All expressions of opinion are subject to change without notice in reaction to shifting market conditions. Data contained herein from third-party providers are obtained from what are considered reliable sources. However, their accuracy, completeness and reliability cannot be guaranteed.



The information provided here is for general informational purposes only and is not intended to be a substitute for specific individualized tax, legal or investment planning advice. Where specific advice is necessary or appropriate, consult with a qualified tax advisor, CPA, financial planner or investment manager.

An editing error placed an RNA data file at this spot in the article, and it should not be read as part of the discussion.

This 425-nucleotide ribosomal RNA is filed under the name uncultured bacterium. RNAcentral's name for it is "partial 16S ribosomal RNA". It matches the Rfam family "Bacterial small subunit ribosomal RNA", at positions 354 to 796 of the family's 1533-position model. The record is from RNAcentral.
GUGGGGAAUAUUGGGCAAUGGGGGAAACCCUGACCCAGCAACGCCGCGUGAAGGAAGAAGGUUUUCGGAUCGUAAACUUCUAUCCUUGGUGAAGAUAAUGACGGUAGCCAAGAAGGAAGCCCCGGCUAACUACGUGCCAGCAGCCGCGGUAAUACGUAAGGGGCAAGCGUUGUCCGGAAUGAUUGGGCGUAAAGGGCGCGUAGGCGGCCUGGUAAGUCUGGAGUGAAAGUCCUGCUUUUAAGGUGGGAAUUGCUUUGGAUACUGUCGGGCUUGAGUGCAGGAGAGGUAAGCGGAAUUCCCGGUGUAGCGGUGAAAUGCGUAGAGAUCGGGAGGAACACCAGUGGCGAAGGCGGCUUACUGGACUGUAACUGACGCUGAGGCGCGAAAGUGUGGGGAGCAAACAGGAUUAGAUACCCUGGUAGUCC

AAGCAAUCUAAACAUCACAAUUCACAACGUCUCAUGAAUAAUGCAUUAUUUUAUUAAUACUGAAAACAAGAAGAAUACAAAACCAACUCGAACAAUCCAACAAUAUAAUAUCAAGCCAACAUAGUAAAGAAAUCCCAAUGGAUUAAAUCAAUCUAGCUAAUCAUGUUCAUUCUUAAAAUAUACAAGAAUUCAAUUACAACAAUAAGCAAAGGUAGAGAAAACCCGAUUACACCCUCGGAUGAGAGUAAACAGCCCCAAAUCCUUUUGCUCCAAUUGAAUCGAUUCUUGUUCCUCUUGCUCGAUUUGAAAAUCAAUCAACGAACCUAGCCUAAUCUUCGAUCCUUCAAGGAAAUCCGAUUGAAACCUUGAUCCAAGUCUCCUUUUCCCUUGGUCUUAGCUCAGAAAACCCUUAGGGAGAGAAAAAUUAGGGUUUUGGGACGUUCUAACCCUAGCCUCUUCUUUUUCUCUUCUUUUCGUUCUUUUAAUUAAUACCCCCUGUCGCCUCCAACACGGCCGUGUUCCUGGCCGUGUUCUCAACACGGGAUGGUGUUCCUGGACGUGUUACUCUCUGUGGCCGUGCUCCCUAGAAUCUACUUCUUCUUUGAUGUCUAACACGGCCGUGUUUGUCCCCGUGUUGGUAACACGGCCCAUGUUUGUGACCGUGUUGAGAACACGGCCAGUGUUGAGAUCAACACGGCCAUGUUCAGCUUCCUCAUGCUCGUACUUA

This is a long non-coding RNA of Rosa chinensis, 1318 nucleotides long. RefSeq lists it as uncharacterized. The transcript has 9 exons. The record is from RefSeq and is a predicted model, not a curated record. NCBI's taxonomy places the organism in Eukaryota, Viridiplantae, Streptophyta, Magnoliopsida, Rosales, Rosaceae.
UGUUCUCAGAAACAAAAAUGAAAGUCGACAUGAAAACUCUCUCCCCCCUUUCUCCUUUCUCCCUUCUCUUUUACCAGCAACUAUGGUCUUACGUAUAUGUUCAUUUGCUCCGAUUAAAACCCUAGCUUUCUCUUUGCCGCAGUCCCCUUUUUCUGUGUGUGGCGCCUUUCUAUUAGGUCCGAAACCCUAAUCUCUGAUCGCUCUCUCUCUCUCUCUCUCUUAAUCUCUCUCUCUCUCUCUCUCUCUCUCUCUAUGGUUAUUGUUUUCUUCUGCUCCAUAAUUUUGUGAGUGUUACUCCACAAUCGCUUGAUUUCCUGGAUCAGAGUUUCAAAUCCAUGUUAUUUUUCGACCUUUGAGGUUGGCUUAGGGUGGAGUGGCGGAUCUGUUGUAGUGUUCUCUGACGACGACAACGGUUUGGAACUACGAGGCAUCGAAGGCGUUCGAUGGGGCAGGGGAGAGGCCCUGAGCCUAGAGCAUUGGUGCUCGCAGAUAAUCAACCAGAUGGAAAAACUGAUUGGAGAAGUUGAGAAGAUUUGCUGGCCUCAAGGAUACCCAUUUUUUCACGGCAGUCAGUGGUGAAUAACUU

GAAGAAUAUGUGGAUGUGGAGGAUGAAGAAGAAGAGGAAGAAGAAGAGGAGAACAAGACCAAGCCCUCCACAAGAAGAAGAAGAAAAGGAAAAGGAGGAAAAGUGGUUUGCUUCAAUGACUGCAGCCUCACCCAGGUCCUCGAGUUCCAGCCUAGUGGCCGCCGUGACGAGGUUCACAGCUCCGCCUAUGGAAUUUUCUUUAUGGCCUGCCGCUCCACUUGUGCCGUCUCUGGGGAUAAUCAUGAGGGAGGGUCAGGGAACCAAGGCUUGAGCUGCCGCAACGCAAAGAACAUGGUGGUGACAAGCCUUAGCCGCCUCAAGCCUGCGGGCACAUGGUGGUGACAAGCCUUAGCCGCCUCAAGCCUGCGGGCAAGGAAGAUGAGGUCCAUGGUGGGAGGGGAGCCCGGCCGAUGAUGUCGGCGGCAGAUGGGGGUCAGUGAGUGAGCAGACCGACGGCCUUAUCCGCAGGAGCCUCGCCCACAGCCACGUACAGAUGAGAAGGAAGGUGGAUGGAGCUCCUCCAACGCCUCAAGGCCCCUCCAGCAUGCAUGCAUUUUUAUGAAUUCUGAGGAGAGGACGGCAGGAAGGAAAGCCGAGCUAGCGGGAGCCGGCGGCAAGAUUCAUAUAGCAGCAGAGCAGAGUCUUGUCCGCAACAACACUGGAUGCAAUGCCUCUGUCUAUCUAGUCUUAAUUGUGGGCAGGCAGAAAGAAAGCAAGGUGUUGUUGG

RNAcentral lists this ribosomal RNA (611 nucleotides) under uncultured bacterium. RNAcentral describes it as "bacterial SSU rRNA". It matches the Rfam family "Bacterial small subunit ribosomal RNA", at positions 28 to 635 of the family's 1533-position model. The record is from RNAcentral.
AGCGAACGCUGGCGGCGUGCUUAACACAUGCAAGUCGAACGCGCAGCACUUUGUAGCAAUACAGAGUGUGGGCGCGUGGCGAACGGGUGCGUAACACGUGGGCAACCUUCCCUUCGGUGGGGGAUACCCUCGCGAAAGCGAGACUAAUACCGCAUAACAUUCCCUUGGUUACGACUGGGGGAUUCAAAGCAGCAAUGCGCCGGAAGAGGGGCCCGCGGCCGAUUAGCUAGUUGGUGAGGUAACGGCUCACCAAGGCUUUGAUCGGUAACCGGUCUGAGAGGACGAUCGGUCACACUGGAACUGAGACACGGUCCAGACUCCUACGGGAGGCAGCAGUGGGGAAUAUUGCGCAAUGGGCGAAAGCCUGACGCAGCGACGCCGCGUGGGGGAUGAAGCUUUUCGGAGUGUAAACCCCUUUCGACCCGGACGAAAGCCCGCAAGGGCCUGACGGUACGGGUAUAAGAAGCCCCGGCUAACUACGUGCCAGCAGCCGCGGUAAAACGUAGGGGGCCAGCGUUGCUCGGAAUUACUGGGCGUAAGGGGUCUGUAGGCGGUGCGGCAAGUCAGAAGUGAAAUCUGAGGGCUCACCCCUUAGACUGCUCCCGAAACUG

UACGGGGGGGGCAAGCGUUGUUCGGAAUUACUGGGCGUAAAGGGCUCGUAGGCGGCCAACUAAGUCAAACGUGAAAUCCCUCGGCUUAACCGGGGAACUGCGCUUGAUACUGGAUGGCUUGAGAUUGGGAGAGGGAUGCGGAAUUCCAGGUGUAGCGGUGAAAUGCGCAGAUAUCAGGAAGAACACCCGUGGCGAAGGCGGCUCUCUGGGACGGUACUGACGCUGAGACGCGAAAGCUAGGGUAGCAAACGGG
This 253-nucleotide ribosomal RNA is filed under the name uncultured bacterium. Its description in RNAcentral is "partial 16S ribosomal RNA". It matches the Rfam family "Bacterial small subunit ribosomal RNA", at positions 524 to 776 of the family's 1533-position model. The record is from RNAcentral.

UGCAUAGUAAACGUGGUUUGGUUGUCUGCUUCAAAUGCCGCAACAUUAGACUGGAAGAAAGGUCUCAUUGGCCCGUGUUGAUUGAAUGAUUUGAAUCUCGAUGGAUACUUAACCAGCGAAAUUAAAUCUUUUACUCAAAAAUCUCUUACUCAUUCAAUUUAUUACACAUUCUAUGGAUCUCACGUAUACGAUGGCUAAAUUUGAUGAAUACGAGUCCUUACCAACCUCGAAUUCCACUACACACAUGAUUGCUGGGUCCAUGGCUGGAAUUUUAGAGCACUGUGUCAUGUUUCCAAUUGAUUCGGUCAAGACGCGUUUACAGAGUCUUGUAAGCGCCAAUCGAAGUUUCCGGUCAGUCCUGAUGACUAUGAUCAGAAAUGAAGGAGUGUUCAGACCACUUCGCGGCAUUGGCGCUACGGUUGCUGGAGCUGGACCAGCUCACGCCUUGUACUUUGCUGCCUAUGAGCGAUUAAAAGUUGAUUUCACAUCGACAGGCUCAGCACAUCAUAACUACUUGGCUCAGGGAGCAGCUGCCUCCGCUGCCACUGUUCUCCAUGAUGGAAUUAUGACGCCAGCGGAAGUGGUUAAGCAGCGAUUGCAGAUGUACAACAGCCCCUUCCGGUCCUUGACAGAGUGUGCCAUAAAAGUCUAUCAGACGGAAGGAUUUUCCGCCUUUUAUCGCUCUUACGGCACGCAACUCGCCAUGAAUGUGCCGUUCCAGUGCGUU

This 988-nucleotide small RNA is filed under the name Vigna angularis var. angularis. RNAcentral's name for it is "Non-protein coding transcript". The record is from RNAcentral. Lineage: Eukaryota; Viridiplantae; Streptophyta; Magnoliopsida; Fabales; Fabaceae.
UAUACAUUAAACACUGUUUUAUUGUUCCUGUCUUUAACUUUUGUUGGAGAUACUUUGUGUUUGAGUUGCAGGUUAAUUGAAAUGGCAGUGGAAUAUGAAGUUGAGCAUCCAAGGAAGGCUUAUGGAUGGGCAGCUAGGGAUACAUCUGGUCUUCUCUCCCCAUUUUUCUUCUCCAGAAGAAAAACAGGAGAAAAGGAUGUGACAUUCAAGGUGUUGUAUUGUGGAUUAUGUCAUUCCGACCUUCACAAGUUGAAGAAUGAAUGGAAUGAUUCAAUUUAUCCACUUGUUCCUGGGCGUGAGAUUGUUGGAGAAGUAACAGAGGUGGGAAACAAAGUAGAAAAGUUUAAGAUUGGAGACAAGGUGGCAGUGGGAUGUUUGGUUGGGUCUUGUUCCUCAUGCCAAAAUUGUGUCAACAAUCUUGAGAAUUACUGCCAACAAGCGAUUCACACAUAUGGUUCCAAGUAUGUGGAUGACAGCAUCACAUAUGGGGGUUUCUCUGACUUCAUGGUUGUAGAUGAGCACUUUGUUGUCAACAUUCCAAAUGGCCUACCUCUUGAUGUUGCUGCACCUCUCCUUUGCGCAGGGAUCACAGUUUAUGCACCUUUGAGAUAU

Thumbs up / down votes are submitted voluntarily by readers and are not meant to suggest the future performance or suitability of any account type, product or service for any particular reader and may not be representative of the experience of other readers. When displayed, thumbs up / down vote counts represent whether people found the content helpful or not helpful and are not intended as a testimonial. Any written feedback or comments collected on this page will not be published. Charles Schwab & Co., Inc. may in its sole discretion re-set the vote count to zero, remove votes appearing to be generated by robots or scripts, or remove the modules used to collect feedback and votes.